Attention: The supercross hangover is real. We now know thanks to Cooper Webb’s brutal honestly, which includes not only the occasional jabs at his competitors, but also honest assessments of himself. I saw Cooper Saturday morning at High Point and asked if he was well served by the weekend off after Colorado. He said he would be better. Why?
Cooper's explanation was shockingly simple.
Cooper then explained that he wasn’t really grinding on outdoor prep before Hangtown. Granted, none of the riders come into Hangtown feeling totally ready, but that’s just because they don’t have enough time. Webb’s problem wasn’t just time, it was effort. He straight-up admitted to me that he was only putting in a few “half-assed motos” before the opener. First, he was too focused on his supercross title to really get his head in the game for outdoor testing and motos. Later, when supercross was over, he wanted some time to enjoy his new championship. He admitted to me that he was struggling past the 20-minute mark at the early rounds. He simply wasn’t working hard enough, and he couldn’t run that crazy pace for 30 plus two (further, it probably doesn’t help that Webb, honestly, had not ever run that crazy 450 Class pace in Lucas Oil Pro Motocross in his previous two seasons).
I appreciate the honesty. It’s also understandable because this supercross hangover has been discussed in theory for quite some time. Rockstar Energy Husqvarna’s Jason Anderson was fit enough to win last year’s Monster Energy AMA Supercross title but was also struggling to go the distance in early motos last year. He even said in podium interview that he was good for 20 minutes but then felt “like trash” after that. Obviously, Webb and Anderson weren’t out of shape. Supercross main events aren’t as long as nationals, but you don’t win the championship without fitness. It’s just outdoors requires even more, and you can’t just get it on a bicycle or in the gym. You have to do the motos. Anderson last year, and Webb earlier this year, were focused solely on locking in the supercross title. It was the best possible move for them at that time, and they were willing to accept the consequences once the motocross campaign began.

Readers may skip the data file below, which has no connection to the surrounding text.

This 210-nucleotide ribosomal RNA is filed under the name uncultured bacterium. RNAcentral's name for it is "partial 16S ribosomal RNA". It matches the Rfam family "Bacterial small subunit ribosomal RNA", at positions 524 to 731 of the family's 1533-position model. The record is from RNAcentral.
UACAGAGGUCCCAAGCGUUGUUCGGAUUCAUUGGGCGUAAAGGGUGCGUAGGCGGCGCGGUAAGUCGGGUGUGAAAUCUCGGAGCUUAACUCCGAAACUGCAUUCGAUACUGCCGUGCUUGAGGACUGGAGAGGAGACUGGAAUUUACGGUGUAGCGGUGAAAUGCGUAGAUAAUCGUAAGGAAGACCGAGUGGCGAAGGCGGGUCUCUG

Even Ryan Villopto and Ryan Dungey were far from peak form in motocross following their first-ever supercross titles.
Anderson would probably have righted the ship last year, but he got hurt after round two. Webb made it to round four, and now he’s much better. He didn’t win or podium at High Point, but he was much better than the previous rounds.
“I think in Colorado I got beat by like a minute and a half, and that time was about, what five seconds?” said Webb on the High Point podium. “Feeling a lot better and making a lot of progress.”
Of course, you know that bike changes are part of this formula as well. Webb says when he did start testing, he didn’t have a base setting because he had not raced motocross on the KTM yet. It wasn’t perfect at Hangtown, but then they started to make changes and actually went in the wrong direction, leading to the holeshot-to-eighth performance in Thunder Valley’s second moto. Now he’s brought the bike back in the direction of Hangtown.
It would be easy to blame it all on bike setup and bike changes, though. Webb isn’t afraid to look in the mirror and point at himself when it’s warranted. Being brutally honest with himself led to massive changes and massive success in supercross. We’ll see how far that formula can get him in motocross.